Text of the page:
The only chance I had for a substantial one-on-one conversation with Tony was when I met him for breakfast and took him to the airport after a 1994 visit to Kansas City to promote our newly formed chapter of Labor Party Advocates. In the course of our unstructured discussion I happened to mention that I had become interested in environmental issues after reading Rachel Carson’s 1962 best seller The Silent Spring. His facial expression indicated he was not impressed and I asked him why. I didn’t take notes, but basically he said,

Carson did a fine job of exposing the dangers of DDT, the lies of the chemical industry, and the duplicity of government officials. She told us why we were losing all those birds. But she said nothing about the hazards to workers who made the stuff, or sprayed it in the fields, or handled the crops at harvest.

It was a fair criticism of Carson and too many environmentalists. Tony’s dedication to environmental issues came from his recognition, on the shop floor of a cosmetics plant, that workers are the first to suffer the effects of pollution. The union where Tony made his bones—the Oil, Chemical & Atomic Workers—confronted the full spectrum of environmental dangers in the workplace. He came to believe that labor shouldn’t just be involved in the environmental movement—they should lead that movement.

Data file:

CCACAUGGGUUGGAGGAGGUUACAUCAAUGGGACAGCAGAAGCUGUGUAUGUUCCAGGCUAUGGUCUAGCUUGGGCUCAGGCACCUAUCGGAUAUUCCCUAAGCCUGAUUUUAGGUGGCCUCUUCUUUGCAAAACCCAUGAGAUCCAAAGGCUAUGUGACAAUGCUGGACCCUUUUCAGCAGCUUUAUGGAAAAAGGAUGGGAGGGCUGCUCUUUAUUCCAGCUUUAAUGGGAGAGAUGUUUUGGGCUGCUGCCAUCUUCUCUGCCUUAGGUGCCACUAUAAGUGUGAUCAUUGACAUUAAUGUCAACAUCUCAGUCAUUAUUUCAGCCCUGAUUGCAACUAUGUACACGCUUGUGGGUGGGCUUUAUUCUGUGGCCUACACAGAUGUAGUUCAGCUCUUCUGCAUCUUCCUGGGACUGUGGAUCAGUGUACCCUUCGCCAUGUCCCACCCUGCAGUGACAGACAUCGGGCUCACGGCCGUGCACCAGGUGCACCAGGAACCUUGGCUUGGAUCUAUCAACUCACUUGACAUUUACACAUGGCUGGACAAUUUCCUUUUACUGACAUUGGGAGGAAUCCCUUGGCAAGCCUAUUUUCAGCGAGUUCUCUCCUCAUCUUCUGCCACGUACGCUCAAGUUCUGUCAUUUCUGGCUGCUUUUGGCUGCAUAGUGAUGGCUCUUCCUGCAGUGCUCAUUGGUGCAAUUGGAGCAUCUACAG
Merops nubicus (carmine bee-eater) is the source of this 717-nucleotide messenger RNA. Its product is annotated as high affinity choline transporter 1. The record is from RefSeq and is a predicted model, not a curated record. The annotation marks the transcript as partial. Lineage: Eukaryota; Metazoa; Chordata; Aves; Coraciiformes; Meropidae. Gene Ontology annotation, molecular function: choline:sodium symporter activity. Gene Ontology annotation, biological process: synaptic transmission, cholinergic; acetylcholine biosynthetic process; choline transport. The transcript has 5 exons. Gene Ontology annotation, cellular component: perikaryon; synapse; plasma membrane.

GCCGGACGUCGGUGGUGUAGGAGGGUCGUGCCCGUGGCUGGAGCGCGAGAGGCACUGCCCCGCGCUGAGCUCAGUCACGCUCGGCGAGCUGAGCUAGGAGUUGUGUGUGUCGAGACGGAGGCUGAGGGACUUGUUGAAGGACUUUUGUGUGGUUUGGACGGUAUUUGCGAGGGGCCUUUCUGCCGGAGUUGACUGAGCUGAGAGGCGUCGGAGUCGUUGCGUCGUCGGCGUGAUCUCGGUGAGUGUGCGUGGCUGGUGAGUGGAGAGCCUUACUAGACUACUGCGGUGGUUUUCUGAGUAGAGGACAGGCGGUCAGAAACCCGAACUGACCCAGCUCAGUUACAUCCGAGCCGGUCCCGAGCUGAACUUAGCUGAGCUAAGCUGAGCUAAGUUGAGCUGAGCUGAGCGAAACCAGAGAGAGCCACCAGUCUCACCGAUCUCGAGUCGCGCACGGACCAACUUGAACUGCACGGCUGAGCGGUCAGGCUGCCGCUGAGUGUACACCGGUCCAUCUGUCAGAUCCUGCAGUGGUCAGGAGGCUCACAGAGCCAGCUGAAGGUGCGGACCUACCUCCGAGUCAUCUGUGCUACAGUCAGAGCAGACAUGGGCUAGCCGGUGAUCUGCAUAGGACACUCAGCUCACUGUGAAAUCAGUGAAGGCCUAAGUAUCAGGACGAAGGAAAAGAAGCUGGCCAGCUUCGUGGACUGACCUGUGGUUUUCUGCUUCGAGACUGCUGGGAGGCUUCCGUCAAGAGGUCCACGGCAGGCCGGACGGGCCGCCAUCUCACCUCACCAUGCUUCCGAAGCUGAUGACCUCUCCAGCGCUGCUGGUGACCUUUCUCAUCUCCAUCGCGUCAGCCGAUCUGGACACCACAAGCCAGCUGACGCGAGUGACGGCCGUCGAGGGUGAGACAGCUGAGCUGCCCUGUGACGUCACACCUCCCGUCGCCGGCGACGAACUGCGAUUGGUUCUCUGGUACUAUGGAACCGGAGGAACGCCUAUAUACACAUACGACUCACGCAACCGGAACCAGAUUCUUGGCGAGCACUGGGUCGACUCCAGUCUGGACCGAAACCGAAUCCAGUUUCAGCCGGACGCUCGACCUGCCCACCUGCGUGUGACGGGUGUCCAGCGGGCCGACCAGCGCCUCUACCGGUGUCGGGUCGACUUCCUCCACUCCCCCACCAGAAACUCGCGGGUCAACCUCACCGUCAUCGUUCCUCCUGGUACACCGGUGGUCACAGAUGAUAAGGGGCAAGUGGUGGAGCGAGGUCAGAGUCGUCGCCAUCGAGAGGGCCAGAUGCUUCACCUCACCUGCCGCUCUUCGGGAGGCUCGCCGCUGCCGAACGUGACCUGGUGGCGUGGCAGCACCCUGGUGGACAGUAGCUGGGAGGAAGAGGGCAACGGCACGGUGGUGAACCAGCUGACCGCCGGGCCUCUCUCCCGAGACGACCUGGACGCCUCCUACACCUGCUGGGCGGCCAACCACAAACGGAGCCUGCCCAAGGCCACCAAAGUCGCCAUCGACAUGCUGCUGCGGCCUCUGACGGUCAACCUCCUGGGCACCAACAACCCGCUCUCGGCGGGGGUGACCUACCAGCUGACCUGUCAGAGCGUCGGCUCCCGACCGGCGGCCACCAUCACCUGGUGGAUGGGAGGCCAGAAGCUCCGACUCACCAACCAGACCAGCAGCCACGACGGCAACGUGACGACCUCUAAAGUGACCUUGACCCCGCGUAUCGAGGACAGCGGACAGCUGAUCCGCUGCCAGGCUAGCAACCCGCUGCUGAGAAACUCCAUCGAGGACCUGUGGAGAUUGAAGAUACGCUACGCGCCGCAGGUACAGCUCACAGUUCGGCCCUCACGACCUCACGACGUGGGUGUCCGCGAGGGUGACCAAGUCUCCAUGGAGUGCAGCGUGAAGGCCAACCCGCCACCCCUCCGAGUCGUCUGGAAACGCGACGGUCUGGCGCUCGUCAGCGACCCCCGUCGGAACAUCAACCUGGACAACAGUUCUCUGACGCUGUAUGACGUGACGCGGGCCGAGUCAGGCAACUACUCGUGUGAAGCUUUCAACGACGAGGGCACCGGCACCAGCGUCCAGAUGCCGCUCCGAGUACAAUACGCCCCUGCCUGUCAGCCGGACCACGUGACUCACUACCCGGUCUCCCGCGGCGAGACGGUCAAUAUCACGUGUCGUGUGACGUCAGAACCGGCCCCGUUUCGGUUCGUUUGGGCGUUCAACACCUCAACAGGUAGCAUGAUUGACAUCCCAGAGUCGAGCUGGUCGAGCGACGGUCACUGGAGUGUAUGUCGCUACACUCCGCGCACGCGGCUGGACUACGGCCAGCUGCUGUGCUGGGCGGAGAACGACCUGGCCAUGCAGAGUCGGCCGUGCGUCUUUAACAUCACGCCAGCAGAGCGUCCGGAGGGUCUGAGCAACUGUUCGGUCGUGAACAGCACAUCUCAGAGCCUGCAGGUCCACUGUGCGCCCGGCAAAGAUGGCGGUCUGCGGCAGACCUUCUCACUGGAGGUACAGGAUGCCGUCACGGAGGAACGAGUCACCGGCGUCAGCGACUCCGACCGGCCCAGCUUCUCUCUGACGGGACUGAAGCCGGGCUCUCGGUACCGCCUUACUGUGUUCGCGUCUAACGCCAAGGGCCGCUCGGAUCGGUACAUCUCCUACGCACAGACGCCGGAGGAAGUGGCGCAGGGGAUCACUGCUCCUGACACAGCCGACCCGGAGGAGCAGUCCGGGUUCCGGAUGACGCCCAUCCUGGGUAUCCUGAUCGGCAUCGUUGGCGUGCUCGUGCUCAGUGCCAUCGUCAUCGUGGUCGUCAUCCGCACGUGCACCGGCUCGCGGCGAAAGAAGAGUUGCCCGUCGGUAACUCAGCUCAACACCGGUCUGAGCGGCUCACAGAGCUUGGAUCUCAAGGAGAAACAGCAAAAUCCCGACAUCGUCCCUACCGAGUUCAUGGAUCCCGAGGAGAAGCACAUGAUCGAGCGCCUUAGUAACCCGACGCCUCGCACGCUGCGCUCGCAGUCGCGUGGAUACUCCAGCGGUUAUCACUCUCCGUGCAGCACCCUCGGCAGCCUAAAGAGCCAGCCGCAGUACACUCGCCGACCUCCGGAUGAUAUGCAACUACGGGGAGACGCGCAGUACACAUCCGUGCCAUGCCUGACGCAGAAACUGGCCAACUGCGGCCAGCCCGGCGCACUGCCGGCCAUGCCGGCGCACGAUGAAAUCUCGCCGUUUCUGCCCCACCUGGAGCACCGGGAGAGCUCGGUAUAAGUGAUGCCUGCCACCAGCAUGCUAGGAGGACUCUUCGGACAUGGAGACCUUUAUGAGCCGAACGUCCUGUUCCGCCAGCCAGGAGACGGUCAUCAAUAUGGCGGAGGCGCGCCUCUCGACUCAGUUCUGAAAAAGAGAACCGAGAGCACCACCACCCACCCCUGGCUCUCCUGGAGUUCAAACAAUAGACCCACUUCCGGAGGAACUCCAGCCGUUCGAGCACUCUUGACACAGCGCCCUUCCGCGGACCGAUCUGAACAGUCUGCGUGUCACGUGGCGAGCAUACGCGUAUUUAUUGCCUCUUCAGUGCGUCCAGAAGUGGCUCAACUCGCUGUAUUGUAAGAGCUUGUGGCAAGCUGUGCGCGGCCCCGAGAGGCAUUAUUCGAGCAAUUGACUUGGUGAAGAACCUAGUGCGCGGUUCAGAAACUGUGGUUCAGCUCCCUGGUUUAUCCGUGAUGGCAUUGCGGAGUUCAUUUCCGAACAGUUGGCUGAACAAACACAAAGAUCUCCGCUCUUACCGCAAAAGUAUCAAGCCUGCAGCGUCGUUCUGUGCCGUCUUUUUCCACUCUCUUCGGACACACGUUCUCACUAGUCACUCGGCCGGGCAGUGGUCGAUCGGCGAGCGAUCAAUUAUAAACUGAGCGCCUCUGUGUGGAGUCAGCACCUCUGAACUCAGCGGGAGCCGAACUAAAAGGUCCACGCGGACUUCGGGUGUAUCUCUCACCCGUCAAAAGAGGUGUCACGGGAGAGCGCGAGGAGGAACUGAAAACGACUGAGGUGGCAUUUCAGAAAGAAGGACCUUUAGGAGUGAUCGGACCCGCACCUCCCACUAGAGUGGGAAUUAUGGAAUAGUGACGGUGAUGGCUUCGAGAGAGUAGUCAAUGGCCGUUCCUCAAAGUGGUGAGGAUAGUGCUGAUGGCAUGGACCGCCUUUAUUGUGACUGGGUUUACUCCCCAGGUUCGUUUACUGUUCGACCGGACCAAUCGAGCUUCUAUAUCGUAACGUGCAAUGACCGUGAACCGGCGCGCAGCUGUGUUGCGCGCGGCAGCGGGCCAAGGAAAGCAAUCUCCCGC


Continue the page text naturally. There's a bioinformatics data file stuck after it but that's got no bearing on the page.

Tony’s early collaboration with an environmental scientist overlapped with their joint opposition to nuclear weapons. Barry Commoner, an eminent biologist who was also a pro-labor, antiwar socialist, suspected strontium 90 fall out from atmospheric H-bomb tests was being absorbed by grazing cows who in turn passed it on to young children through their milk. But he needed samples to verify his hypothesis. Mazzocchi broadcast an appeal to OCAW members to send their kids’ baby teeth to Commoner–and more than enough responded to prove his case. Commoner’s findings directly contributed to a ban on surface bomb tests.